Limestone
This constitutes the largest bulk in terms of input to cement. For producing one ton
of cement, approximately 1.6 ton of limestone is required. Therefore, the cement
plant location is determined by the location of limestone mines. The major cash
outflow takes place in way of royalty payment to the central government and cess
on royalties levied by the state government. The total limestone deposit in the
country is estimated to be 90 billion tons. AP has the largest share -- 34%,
Karnataka 13%, Gujarat 13%, M.P 8%, and Rajasthan 6.5%. The plants near the
limestone deposit pay less transportation cost than others.
Transportation
Cement is mostly packed in paper bags now. It is then transported either by rail or
road. Road transportation beyond 200 kms is not economical therefore about 55%
cement is being moved by the railways. There is also the problem of inadequate
availability of wagons especially on western railways and southeastern railways.
Under this scenario, manufacturers are looking for sea routes, this being not only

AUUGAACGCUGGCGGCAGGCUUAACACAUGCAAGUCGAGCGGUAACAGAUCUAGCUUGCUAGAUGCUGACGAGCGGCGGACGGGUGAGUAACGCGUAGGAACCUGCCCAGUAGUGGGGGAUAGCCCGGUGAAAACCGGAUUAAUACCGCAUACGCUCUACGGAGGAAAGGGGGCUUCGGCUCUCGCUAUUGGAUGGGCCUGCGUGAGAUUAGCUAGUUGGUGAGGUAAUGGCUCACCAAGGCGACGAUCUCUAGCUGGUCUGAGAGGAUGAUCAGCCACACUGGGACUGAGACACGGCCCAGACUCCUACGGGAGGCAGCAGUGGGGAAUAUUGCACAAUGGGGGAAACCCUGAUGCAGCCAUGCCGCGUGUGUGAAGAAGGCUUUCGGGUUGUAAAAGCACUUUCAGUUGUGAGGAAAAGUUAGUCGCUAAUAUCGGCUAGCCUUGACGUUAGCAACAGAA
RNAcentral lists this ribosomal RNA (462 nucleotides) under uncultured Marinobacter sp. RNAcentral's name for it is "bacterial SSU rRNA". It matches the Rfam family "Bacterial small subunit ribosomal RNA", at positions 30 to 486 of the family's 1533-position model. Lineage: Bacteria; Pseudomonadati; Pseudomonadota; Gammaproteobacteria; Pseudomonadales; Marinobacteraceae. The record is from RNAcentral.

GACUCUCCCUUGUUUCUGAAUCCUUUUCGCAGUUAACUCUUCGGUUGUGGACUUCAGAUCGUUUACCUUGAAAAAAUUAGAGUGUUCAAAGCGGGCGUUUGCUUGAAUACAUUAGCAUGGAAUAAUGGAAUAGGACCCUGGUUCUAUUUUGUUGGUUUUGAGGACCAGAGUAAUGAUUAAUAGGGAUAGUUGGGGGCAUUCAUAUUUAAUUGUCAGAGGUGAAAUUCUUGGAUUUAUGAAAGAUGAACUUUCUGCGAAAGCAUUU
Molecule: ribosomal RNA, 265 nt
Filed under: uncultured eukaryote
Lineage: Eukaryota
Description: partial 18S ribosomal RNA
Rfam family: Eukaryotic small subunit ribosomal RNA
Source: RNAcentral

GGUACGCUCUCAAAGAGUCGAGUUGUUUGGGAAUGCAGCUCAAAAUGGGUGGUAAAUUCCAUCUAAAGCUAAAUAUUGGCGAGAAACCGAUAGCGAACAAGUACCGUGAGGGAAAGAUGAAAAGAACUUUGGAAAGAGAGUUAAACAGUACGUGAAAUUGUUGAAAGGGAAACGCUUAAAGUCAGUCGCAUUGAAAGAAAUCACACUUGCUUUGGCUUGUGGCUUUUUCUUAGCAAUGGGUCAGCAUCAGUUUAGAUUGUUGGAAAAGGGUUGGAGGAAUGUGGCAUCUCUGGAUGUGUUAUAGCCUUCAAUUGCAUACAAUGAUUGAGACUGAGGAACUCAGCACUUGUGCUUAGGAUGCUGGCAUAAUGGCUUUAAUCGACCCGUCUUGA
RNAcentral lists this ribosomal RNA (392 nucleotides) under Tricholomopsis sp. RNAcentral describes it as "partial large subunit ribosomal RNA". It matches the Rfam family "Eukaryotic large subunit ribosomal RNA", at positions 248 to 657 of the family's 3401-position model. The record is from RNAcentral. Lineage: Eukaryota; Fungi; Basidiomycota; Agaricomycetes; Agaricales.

cheap but also reducing the losses in transit. Today, 70% of the cement movement
worldwide is by sea compared to 1% in India. However, the scenario is changing
with most of the big players like L&T, ACC and Grasim having set up their bulk
terminals.
Infrastructure for Future
The consumption of cement is determined by factors influencing the level of
housing and industrial construction, irrigation projects, and roads and laying of

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water supply and drainage pipes etc. The level and growth of GDP and its sectoral
composition, capital formation, development expenditure, growth in population,
level of urbanization, etc, in turn, determine these factors. But the domestic
demand for cement is mainly from the housing activities and infrastructure
development. The government paved the way for the entry of the private sector in